Thanks For The $18,000 In “Free Money,” Jerome!

Is the “war” finally over?

For years, with low interest rates and even the threat of NEGATIVE interest rates, savers were screwed.

If you piled money into a bank account for 30 or 40 years of your life… and you were looking to earn interest on that cash… too bad!

Over the past 10 years that’s been the case… there was a “war on savers”…

Today, I’m happy to announce that the war is cooling down… and high-yield savings accounts are warming up!

Before I get to the good stuff, I want to make sure we’re on the same page…

I’m NOT talking about certificates of deposit (CDs) here.

If you’re able to lock up some cash for a year or five, then you’ll still find some high yield options out there with CDs.

However, for years if you wanted your liquid, easy-to-move cash to earn interest, there wasn’t a viable option.

Until now!

High-yield savings accounts are popping up across the country with interest rates we haven’t seen in a decade. It’s all thanks to Jerome Powell and the Federal Reserve for finally raising rates now that the economy is fully recovered from the financial crisis.

And we saw the most recent tick higher just yesterday!

“Our economy is strong… These rates remain low, and my colleagues and I believe that this gradual returning to normal is helping to sustain this strong economy,” Fed Chairman Jerome Powell said last week.

Allow me to interpret…

When the Fed Chairman says “returning to normal” he’s simply saying that interest rates are going to continue to head higher. And that’s coming right from the horse’s mouth!

Now don’t get me wrong, we’re not talking about hitting the mother lode here. But instead of looking at “0.04%” interest… we’re finally seeing some online savings accounts pay closer to 2%.

That’s great news for savers — but here’s the fine print…

You will NOT find these generous rates in your regular brick and mortar bank account. Bank of America, Chase and Wells Fargo (and other traditional banks) aren’t jumping to give out cash.

Take a look at this chart from Goldman Sachs:

marcus chase

The graphic above makes the point pretty clearly.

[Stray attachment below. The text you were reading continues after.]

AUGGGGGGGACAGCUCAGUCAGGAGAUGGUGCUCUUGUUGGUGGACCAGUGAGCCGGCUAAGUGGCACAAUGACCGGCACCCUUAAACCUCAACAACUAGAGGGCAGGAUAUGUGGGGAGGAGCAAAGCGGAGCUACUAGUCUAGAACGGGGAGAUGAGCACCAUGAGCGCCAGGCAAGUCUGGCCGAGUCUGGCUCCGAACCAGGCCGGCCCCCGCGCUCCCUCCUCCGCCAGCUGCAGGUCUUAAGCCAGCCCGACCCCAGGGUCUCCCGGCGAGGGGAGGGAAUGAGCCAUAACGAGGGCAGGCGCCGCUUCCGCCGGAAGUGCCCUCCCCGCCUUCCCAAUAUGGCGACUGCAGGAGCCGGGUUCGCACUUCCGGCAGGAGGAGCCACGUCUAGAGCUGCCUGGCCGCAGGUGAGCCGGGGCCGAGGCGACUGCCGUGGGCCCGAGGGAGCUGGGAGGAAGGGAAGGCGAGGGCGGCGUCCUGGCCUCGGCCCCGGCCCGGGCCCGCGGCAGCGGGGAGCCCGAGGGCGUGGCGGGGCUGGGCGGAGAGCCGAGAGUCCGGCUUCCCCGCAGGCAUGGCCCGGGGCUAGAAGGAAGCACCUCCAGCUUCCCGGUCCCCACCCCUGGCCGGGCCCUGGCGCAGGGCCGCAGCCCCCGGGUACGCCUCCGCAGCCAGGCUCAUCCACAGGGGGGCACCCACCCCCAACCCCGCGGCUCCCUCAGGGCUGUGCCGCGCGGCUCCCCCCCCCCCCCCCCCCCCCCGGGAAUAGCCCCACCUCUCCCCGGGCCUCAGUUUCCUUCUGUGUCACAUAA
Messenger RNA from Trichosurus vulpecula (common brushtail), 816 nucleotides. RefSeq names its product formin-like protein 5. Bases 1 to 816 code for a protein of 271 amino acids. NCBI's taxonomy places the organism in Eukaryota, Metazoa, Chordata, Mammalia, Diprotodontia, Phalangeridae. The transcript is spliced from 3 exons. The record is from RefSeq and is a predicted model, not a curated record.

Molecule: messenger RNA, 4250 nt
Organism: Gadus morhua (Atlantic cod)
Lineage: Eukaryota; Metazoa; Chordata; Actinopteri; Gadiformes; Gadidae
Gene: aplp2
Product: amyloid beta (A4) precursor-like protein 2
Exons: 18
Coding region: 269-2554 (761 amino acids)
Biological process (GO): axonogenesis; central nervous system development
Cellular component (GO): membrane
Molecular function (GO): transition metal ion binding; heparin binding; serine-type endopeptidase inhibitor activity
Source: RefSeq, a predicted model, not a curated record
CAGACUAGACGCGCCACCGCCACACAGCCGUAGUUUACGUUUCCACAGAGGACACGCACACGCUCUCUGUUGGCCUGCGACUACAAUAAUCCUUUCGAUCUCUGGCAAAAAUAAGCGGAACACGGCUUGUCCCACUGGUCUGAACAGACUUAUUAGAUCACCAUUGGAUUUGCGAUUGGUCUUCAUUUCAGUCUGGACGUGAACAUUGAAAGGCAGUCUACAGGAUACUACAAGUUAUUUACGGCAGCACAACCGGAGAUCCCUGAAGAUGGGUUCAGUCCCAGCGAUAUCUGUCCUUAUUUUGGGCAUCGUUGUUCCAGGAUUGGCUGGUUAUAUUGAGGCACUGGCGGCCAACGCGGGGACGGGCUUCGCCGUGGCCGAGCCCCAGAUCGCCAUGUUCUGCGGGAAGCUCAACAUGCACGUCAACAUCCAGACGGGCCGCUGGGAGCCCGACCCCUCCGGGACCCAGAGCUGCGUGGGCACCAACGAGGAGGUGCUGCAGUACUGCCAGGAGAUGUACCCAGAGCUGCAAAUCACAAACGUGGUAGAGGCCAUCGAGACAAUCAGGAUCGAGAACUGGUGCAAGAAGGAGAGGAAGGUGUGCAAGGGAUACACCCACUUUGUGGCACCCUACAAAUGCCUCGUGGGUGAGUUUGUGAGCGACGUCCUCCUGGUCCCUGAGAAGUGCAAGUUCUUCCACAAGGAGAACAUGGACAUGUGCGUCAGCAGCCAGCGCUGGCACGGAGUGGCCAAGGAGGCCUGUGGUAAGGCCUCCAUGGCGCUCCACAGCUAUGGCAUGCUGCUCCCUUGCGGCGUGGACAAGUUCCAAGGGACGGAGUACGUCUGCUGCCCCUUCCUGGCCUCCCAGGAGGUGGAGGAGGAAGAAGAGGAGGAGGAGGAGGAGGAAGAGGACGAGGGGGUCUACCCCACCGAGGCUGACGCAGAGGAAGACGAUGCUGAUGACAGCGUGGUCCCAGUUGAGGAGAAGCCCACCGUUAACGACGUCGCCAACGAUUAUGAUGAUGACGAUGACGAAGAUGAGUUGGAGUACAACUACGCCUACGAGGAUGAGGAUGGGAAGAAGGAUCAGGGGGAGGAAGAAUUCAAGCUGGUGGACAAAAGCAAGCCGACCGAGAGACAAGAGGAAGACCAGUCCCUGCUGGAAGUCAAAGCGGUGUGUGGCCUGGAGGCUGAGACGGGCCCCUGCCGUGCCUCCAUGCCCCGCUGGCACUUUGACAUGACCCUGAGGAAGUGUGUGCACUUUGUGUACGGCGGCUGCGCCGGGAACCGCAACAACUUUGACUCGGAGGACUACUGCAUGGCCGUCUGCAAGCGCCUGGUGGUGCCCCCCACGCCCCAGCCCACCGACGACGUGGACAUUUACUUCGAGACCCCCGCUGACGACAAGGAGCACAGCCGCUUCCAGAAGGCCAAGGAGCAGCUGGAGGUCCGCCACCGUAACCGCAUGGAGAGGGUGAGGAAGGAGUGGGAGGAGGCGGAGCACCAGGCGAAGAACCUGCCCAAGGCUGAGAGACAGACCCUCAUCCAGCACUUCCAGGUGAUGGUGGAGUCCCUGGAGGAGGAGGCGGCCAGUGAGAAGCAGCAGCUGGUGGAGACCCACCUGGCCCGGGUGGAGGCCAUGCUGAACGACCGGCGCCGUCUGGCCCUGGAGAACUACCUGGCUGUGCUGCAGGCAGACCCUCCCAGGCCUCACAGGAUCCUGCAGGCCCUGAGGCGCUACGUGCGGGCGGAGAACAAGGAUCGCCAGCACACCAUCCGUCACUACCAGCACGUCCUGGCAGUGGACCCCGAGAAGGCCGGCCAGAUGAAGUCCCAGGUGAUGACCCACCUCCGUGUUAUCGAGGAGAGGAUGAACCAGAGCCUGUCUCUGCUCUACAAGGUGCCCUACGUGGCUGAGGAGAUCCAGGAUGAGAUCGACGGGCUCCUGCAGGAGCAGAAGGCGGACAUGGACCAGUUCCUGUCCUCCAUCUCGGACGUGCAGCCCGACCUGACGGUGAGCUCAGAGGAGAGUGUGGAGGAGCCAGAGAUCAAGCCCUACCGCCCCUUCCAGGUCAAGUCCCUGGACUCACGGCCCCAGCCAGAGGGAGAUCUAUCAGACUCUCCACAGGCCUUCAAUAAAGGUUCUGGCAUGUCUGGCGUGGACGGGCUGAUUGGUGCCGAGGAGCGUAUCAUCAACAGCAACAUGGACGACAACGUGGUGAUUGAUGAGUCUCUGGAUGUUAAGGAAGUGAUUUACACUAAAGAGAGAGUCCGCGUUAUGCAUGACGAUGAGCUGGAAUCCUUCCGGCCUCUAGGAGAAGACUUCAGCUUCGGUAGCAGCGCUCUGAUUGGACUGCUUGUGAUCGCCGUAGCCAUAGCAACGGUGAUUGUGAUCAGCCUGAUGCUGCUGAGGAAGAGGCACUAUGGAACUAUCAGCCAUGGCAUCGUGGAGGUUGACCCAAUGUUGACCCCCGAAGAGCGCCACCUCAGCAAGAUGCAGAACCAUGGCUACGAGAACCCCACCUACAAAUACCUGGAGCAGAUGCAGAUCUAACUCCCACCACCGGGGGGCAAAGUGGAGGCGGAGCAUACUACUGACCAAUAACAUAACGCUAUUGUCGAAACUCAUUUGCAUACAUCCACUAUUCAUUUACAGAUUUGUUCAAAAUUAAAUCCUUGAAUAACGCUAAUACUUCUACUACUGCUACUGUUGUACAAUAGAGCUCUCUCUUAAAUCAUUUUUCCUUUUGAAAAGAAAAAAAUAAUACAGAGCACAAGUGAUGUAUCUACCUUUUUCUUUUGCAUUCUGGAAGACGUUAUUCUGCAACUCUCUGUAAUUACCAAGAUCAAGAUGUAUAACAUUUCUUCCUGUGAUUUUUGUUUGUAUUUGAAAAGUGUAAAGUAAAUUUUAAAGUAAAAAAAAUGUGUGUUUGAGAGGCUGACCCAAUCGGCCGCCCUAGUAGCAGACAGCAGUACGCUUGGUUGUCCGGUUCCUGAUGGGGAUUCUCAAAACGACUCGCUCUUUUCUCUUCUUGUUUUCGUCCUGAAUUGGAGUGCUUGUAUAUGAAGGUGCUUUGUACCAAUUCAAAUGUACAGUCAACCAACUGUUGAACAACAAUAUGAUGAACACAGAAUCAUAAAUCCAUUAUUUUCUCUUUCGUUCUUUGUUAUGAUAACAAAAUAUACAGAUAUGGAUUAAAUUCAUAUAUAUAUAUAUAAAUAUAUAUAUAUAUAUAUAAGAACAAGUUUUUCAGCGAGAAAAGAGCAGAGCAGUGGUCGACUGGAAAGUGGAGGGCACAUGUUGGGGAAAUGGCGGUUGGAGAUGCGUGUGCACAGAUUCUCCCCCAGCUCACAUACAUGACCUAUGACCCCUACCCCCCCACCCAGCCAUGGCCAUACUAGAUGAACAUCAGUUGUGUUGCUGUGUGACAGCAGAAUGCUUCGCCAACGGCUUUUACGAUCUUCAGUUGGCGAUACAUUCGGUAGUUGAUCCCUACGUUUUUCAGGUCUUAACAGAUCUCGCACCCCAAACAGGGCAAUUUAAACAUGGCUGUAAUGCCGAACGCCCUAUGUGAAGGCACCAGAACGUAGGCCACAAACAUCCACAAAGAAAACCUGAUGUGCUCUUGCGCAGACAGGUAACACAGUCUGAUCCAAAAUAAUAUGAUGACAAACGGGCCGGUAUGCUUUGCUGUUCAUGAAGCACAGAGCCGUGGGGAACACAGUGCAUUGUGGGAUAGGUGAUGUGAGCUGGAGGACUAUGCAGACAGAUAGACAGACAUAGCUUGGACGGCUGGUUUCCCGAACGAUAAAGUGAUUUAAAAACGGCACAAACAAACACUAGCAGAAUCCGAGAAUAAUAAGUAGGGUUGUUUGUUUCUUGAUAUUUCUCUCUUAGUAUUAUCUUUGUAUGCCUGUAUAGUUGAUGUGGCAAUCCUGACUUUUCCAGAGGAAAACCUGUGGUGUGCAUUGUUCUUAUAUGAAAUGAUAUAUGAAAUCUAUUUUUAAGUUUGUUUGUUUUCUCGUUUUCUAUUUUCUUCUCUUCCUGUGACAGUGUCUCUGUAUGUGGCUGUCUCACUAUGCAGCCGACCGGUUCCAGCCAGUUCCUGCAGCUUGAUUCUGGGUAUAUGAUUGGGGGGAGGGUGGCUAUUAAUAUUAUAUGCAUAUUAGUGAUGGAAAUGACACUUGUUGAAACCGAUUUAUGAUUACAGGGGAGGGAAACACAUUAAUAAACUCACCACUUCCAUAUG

If you want to earn interest on your money, you need to start looking beyond your bank!

With that said, I dug in and hunted for a list of favorites — with the best yield!

Here are the three best high-yield savings accounts that should be on your radar…

The THREE Best High-Yield Savings Accounts For 2018:

(These are all FDIC insured and backed by some of the largest financial firms in the world. We have no financial affiliate with any of them. This list is just for information purposes.)

Marcus by Goldman Sachs — You can start an online account with “Marcus” and start earning 1.9% annual percentage.

Here’s a link to their website

Synchrony — Another easy-to-open and flexible account is Synchrony with a 1.85% APY.

Here’s a link to their website

American Express Personal Savings — Most people know Amex as a credit card company, but recently they’ve gone big in the online savings arena. Today you can collect a 1.80% APY with their personal savings account.

Here’s a link to their website

If you’ve got $1,000 in your savings account, this probably isn’t worth your time.

However, if you’re like many hard-working, long-saving American’s out there… if you’ve got a decent chunk of change that you need to keep safe… the savings accounts above are worth a look!

If you’ve saved $100,000, you’d be looking at an extra $1,800 per year in interest.

And if you’re smart enough to have saved over $1 million for your nest egg, you could be looking at an extra $18,000 per year.

That’s “free money” if you know where to look.

Oh, and one more thing! As long as interest rates keep rising, the accounts above should continue to head higher, too.

Unlike a CD or a bond coupon payment, these rates can — and will — go up as interest rates rise.


Matt Insley

Matt Insley
Publisher, The Daily Edge

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Matt Insley

Matt Insley is the Publisher of St. Paul Research and now The Daily Edge. Matt is the in-house specialist on commodities and natural resources. He holds a degree from the University of Maryland with a double major in Business and Environmental Economics.

Although always familiar with the financial markets, his main area of expertise stems...

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